Mind blowing..!! Content writers are high in demand. Content writing means creating content that markets well of the brand. Thanks for this Sharing Fantastic tips 🙂

  • http://www.webdreams.in Sapna

    I am glad to read your post, Nice Content.Keep it up.

  • Ian Helms

    Thanks for the great post, Mike! If it wasn’t for the CMI weekly alert, however, I don’t think I would have ever organically come across this page.

    I say that because of the title/URL focus being “SEO misfires.” I’m curious what made you ultimately choose “misfires” as part of the keyword for this post? Google seems to associate the word misfires with automotive/manufacturing terms and it’s certainly not a part of my regular vocabulary (or something I would ever think to search—”What SEO misfires should I avoid?”).

    • http://www.onlinemarketingcoach.com/ Mike Murray

      It’s a great point Ian. With any piece, it’s a balancing act when initially writing a content header that captures the spirit of the article and SEO. At the same time, it should support social media sharing. All of that said, some marketers take a one and done approach to SEO. In many cases, I prefer to continuously test variations – with the main header, page content and SEO titles. And, when making those decisions, I look at what other content already ranks well for the keywords that I could target (in light of search volume and competition). I imagine “SEO Mistakes” may be an option among other scenarios. Thanks again for raising the question.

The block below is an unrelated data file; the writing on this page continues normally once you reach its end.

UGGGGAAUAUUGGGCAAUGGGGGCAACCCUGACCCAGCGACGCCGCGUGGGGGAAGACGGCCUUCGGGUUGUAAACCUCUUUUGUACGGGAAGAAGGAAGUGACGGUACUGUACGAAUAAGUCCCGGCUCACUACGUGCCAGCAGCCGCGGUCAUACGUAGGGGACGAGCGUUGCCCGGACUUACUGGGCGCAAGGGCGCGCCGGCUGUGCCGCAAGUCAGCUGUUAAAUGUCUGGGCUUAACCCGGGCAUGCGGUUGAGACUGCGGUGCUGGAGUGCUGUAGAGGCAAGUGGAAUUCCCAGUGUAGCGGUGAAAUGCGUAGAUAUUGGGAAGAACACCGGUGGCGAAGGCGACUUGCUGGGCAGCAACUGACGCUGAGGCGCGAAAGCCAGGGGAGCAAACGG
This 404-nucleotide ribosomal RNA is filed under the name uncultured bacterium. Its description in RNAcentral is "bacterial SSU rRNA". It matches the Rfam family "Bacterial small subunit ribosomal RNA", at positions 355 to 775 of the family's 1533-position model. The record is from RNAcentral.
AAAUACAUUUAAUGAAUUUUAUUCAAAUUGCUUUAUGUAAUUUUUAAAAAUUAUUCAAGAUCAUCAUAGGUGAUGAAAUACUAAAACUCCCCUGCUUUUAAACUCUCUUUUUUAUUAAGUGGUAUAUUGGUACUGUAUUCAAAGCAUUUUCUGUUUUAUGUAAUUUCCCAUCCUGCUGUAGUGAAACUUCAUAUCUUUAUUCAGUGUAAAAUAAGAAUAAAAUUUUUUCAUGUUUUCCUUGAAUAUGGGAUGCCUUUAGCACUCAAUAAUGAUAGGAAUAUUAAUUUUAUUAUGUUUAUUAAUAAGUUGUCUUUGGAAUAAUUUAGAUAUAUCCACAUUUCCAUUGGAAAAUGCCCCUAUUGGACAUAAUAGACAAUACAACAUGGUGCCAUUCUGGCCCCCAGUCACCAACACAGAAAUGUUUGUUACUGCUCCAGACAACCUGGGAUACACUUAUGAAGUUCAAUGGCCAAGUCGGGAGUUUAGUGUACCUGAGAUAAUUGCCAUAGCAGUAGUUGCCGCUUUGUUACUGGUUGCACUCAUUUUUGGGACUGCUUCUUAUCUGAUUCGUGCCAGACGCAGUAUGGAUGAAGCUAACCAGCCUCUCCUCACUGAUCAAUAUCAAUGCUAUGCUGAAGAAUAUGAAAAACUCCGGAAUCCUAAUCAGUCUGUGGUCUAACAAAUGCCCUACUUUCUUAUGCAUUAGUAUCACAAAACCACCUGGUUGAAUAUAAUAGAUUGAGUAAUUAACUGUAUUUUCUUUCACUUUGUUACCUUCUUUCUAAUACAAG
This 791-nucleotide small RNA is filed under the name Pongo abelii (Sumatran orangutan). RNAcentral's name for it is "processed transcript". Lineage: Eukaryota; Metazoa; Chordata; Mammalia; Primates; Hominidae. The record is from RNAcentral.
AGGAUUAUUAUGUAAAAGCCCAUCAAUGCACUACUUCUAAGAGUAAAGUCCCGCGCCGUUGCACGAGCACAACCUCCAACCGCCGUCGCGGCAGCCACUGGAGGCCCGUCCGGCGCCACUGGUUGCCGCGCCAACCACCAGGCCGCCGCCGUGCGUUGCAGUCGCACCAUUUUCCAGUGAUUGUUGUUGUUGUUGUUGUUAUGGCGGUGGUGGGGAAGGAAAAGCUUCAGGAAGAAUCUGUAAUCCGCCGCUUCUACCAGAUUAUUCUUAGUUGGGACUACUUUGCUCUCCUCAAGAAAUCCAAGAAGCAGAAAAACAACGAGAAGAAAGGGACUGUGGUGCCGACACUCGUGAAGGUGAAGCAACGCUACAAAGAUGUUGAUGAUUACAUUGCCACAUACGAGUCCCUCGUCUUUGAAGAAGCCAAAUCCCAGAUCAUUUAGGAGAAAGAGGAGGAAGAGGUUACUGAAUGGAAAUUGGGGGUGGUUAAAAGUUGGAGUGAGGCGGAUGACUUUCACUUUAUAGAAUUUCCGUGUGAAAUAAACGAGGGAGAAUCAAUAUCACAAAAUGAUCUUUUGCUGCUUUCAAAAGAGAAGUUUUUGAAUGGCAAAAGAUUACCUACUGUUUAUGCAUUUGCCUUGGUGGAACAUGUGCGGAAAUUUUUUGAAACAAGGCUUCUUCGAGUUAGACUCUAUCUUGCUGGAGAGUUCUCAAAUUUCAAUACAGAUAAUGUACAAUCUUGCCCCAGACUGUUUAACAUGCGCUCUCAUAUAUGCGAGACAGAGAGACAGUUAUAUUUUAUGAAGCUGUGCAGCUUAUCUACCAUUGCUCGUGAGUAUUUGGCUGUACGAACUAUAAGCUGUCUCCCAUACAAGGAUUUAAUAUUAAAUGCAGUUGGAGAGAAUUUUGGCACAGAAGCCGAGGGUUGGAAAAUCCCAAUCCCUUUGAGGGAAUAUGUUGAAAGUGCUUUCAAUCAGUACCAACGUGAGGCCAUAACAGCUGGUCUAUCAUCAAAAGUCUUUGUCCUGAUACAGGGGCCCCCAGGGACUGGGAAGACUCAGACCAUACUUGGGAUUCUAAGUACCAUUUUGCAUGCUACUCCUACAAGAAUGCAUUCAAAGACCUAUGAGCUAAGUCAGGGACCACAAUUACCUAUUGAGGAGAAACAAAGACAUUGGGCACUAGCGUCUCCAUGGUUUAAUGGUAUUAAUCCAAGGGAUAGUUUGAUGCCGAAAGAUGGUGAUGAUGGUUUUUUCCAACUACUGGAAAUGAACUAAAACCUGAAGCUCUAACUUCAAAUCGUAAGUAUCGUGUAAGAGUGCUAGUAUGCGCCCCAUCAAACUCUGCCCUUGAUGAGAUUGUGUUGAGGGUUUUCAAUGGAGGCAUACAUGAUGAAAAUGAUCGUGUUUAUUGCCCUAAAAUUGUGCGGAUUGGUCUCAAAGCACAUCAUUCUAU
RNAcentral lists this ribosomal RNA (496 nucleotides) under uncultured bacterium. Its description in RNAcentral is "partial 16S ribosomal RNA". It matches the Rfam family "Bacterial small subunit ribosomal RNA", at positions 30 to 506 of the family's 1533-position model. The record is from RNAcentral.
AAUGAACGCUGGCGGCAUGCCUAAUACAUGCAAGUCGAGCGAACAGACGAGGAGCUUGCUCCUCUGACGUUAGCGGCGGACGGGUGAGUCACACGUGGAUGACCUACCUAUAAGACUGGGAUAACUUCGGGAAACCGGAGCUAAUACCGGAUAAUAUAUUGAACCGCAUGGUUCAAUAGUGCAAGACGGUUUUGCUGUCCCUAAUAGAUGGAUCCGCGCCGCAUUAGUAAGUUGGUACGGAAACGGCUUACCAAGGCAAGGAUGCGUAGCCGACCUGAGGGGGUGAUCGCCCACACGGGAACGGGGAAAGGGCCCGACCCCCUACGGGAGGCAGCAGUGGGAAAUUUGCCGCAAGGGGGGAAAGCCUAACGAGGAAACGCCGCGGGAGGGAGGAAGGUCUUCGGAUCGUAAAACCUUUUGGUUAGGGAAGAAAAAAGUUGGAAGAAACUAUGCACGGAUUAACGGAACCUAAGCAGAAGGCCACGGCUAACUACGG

• https://www.techjeny.org TechJeny

    I have checked topic number five but still in confusion. Should I use brand name at the end of SEO page title?

    • http://www.onlinemarketingcoach.com/ Mike Murray